Favorite Goosebumps book? Never read em. My daughter does. She likes R L Stine’s Fear Street. She’s 12, but she always thought the Goosebumps were kinda “clown shoes.”

Lady Gaga or Hatsune Miku? Lady Gaga

Favorite SEGA game? Viking Battle for Asgard, and The Club – it’s a mash-up of shooting that you think would be terrible, but it’s amazing, and I love Sega’s arcade efforts. I feel like Streets of Rage, if they had built it for the arcade, that it might have actually been a little better, because it would have had a little more of that bombastic sense because they actually built it for home, where as Final Fight was built for arcades. But all these are built so that when someone sees it, they wanna play that. They actually took out the more crazy things from Streets of Rage, so I think the best Streets of Rage game is actually the one not made by Sega. They took everything and just threw all that shit in there. I love Comix Zone. That was my first one back in the day on Genesis there.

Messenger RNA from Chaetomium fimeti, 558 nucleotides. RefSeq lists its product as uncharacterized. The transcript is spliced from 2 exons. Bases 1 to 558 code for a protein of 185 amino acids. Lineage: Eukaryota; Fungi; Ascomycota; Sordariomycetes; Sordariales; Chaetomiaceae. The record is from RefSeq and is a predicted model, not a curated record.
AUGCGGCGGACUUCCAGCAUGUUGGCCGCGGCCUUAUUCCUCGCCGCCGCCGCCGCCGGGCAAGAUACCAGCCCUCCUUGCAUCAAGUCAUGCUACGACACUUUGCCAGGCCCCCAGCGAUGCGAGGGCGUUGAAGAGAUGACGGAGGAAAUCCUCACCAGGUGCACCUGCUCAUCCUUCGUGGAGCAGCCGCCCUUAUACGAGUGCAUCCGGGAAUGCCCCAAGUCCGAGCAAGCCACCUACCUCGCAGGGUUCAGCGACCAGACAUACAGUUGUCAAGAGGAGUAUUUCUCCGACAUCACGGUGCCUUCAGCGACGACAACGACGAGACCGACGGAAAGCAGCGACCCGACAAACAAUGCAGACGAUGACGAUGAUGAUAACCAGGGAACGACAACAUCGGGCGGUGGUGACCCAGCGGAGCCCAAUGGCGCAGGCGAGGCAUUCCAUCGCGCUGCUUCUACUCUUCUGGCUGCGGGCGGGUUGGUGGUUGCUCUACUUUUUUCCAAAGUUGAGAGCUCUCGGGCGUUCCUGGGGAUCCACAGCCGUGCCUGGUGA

ScottyMo: The question everyone asks when they talk about Comix Zone – Have you beaten that game, or I guess I should say, have you gotten passed the first level?

Shawn: I think I got passed it. I played it so much at a kiosk, and then when I got it on PC, I was like, “Man this game is so hard” But it’s got such a great style. I just think that playing is a joy even if I die every time.

ScottyMo: It’s one of those games that just makes you smile because of the character that it has.

Rad or Gnarly? Rad

Dragula, or Tubthumpin? Dragula

Nicholas Cage or Keanu Reeves? Keanu Reeves, absolutely.

Who would win in a fight? Sonic the Hedgehog or Screech from Saved By the Bell? Sonic, absolutely. As voiced by Jaleel White.

Be sure to support and follow Treachery in Beatdown City at all the follow areas, and thanks again to Shawn for taking the time to speak with me:

Kickstarter

Beatdown City’s Twitter

Shawn’s Twitter

Facebook